At the 2018 annual meeting of the SCS in Boston, Jennifer Weintritt, an undergraduate alumna, won the Women’s Classical Caucus Graduate Student Paper award and the Lambda Classical Caucus Graduate Student Paper award for her paper, “Textual and Sexual Hybridity: Gender in Catullus 63.” The paper examines the unspoken assumptions about gender that textual critics and commentators reveal in their handling of the six disputed gender markers in the poem. Using a narratological approach, Jennifer offers a new reading that avoids psychologizing in favor of seeing multiple, conflicting perspectives on Attis’ gender in the poem.
Jennifer graduated summa cum laude from the Classics department in 2012 with a major in Classics and a minor in French. She wrote her honors thesis, supervised by Professors Adam Becker and David Konstan, on the desire for God in Augustine’s Confessions and its origins in classical literature. She was honored to give the student commencement address at her graduation, where Professor Michael Peachin, her undergraduate advisor, delivered the faculty address.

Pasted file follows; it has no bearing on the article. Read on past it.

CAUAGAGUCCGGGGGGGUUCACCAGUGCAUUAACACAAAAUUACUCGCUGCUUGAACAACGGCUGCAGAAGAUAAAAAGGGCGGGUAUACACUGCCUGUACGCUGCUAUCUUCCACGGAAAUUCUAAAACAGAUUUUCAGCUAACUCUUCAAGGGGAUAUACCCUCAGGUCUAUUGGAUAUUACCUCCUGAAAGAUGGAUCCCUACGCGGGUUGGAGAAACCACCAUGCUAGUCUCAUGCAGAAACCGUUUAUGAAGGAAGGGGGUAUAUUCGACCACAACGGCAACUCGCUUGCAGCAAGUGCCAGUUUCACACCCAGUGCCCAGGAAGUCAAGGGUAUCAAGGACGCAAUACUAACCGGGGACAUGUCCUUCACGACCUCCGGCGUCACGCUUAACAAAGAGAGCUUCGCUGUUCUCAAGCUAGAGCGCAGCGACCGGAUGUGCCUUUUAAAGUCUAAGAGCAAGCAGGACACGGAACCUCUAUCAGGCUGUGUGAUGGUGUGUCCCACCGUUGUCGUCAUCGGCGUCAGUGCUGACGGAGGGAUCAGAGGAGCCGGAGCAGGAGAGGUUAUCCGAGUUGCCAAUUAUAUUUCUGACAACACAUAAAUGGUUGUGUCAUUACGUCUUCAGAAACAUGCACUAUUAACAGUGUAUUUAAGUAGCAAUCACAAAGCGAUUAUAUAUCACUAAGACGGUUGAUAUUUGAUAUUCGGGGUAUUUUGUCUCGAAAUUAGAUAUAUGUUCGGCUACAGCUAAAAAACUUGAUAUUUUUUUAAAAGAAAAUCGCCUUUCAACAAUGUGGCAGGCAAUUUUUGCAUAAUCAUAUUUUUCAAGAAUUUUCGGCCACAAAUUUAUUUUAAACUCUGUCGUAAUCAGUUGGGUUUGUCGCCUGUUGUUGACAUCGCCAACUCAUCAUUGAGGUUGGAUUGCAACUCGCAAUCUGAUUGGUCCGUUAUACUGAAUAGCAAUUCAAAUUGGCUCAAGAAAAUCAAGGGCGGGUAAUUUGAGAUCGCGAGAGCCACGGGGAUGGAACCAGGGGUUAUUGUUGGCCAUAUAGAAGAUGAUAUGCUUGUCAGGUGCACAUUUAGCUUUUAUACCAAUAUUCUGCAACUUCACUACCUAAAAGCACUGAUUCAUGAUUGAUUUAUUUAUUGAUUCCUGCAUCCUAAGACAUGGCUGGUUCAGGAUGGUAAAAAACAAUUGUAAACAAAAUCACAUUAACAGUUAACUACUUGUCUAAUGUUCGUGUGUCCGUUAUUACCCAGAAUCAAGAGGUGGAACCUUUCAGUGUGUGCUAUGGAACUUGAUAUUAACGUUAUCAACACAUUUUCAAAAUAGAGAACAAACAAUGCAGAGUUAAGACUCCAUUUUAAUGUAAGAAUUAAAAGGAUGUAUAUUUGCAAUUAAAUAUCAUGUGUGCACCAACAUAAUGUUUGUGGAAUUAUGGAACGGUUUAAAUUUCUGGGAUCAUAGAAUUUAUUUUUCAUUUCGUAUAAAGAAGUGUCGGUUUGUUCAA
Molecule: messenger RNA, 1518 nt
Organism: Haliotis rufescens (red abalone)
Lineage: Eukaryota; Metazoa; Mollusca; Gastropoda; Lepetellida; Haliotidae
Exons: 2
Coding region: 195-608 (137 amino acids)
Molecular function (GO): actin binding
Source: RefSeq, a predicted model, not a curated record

Now a 5th year Ph.D. student in Classical Philology at Yale University, Jennifer is writing her dissertation on the reception of the Epic Cycle as a conceptual model for entering and expanding the literary canon by Augustan and early Imperial poets. Her other research interests include authorship, narratology, mythography, textual criticism, history of scholarship, gender and sexuality studies, and second language pedagogy. She has taught intermediate and advanced Greek and Latin, including a course on Roman Myth and Pastoral featuring comparative work on Roman and American nostalgia. She is also involved in Digital Humanities initiatives at Yale, namely the Digital Propertius Project.